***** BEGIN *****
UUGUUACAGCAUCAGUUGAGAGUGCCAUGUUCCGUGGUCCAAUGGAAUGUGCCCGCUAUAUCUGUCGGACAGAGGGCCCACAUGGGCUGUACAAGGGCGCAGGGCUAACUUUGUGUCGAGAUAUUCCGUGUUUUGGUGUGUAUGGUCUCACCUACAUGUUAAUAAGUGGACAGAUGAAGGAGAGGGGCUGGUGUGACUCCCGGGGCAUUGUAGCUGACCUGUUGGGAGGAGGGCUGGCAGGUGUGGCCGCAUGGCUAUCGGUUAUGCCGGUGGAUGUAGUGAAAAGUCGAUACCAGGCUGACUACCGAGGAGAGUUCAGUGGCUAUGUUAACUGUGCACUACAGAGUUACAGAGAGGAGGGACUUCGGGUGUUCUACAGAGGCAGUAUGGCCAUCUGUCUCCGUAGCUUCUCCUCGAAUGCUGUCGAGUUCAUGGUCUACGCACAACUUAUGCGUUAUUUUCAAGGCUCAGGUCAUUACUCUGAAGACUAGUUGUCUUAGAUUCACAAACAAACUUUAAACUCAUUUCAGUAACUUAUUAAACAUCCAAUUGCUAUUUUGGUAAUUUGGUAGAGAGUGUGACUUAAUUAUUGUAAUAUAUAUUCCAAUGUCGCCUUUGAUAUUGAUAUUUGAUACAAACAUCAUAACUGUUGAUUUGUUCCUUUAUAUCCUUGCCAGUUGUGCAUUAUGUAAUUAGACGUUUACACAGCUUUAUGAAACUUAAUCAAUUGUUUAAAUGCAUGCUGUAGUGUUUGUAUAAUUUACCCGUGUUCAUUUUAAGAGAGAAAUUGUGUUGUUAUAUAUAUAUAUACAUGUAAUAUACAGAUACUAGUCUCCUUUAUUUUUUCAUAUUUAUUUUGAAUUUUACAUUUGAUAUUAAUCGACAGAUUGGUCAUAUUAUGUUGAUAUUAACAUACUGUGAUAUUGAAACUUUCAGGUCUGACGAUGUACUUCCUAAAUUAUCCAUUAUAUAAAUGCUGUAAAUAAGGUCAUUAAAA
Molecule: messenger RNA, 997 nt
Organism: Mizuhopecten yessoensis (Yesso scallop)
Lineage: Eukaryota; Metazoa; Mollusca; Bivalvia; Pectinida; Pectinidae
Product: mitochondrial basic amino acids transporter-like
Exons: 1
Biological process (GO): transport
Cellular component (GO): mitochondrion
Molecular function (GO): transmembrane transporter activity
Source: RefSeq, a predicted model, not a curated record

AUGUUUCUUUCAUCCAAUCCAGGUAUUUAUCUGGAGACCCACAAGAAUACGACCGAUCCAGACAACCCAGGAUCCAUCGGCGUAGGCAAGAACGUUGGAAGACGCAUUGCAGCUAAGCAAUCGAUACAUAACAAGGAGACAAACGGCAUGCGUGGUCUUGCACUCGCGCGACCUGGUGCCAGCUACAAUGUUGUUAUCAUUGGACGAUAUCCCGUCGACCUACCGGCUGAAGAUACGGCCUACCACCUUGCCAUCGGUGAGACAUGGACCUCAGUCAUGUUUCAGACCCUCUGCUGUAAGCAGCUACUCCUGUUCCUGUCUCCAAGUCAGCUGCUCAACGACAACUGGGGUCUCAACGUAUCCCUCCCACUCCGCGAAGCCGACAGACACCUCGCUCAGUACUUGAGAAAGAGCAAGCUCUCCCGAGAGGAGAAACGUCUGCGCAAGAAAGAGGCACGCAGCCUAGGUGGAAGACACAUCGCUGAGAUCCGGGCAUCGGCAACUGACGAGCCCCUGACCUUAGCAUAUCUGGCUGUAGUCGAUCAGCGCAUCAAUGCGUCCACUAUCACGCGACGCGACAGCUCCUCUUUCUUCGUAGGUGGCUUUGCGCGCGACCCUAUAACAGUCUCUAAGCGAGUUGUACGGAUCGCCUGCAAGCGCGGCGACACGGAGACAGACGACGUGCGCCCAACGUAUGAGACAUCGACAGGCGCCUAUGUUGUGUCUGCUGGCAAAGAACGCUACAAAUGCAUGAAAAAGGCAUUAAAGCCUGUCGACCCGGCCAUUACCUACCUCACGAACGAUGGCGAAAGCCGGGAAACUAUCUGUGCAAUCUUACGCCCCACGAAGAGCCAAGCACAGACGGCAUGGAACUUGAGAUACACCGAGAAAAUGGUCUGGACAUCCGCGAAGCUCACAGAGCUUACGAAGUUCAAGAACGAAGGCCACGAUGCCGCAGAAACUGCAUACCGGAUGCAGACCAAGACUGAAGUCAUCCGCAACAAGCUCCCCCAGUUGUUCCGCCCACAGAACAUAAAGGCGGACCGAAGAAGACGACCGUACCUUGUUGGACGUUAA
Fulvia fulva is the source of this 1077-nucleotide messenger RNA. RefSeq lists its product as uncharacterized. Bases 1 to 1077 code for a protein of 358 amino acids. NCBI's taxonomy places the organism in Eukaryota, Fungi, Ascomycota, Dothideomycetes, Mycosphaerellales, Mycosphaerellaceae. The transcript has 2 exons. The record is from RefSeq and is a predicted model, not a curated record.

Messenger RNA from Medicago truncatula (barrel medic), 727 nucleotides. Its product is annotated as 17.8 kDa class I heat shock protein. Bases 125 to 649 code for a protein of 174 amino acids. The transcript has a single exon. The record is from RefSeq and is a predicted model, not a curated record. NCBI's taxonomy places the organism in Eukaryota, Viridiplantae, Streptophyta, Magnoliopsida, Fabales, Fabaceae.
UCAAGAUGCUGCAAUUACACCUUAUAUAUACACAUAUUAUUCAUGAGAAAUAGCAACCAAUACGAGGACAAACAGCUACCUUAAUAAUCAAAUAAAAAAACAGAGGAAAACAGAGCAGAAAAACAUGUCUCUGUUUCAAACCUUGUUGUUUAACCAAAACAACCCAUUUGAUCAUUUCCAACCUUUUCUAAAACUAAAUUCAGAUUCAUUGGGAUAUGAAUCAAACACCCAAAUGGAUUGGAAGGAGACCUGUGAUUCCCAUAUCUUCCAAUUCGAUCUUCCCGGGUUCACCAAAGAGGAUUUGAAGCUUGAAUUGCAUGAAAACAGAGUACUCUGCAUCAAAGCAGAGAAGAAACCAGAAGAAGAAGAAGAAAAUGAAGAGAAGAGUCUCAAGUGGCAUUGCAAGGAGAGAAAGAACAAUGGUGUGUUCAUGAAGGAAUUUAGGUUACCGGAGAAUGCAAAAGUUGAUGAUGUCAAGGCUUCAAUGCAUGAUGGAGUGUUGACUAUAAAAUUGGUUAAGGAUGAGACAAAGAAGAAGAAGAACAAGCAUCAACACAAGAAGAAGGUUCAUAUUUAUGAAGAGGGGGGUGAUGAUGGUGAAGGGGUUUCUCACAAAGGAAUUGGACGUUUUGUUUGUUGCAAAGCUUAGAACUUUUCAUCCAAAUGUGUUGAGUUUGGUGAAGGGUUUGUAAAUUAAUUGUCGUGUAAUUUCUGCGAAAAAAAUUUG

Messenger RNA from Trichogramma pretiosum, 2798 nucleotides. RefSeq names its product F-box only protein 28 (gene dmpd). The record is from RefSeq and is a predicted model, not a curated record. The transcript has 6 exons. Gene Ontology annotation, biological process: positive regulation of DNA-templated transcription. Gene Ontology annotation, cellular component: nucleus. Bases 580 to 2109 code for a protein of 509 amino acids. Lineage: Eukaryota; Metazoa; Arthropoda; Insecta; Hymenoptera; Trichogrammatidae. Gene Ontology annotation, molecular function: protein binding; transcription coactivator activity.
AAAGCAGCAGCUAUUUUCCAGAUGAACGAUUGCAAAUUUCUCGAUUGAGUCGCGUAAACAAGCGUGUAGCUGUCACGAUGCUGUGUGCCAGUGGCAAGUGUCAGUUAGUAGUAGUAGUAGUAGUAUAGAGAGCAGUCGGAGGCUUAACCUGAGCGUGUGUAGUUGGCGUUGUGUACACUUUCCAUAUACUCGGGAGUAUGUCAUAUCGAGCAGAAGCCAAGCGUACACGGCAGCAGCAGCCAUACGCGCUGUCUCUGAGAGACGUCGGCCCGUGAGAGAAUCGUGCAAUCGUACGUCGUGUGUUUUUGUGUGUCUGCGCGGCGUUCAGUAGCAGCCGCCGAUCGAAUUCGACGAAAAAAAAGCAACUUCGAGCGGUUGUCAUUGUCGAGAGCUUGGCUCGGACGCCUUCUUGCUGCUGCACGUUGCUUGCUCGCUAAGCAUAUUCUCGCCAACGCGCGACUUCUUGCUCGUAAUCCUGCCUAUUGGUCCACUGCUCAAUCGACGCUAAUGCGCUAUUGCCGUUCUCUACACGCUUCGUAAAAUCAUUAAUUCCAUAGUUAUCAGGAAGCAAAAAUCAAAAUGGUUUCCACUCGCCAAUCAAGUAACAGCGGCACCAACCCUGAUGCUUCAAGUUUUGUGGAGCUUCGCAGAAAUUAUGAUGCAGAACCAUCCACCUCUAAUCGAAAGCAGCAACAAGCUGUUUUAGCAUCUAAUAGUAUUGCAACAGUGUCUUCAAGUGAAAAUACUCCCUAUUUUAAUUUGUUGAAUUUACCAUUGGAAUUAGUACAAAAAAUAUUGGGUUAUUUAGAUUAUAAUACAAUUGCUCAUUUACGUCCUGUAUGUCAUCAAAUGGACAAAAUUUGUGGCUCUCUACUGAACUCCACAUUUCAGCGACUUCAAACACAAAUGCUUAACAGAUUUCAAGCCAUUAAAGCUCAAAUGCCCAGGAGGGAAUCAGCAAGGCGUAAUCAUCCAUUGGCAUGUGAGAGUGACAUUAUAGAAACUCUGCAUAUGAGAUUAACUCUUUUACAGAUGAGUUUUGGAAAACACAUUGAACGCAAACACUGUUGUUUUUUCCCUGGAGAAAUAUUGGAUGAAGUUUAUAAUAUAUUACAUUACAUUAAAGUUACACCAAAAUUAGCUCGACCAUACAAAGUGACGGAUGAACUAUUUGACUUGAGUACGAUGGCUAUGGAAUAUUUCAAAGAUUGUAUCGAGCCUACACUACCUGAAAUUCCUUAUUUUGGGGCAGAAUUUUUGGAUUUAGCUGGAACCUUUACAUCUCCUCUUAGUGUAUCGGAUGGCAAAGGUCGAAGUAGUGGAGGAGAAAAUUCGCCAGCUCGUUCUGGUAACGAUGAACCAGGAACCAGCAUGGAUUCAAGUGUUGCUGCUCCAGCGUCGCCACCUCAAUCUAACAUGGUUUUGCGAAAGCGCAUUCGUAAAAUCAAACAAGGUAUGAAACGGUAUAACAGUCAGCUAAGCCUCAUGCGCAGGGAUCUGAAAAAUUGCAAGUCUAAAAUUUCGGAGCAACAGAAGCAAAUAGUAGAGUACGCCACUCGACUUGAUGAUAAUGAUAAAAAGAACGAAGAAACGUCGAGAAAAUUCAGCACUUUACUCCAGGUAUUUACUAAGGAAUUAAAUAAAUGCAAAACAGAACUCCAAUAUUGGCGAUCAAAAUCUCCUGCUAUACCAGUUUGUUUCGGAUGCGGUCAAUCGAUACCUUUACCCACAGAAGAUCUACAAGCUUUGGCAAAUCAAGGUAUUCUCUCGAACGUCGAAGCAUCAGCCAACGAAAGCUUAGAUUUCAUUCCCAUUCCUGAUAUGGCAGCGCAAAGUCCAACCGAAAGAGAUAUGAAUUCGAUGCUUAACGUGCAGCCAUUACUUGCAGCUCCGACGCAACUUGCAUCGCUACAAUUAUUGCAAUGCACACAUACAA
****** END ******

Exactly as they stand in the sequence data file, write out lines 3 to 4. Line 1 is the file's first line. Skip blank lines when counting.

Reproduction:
Organism: Mizuhopecten yessoensis (Yesso scallop)
Lineage: Eukaryota; Metazoa; Mollusca; Bivalvia; Pectinida; Pectinidae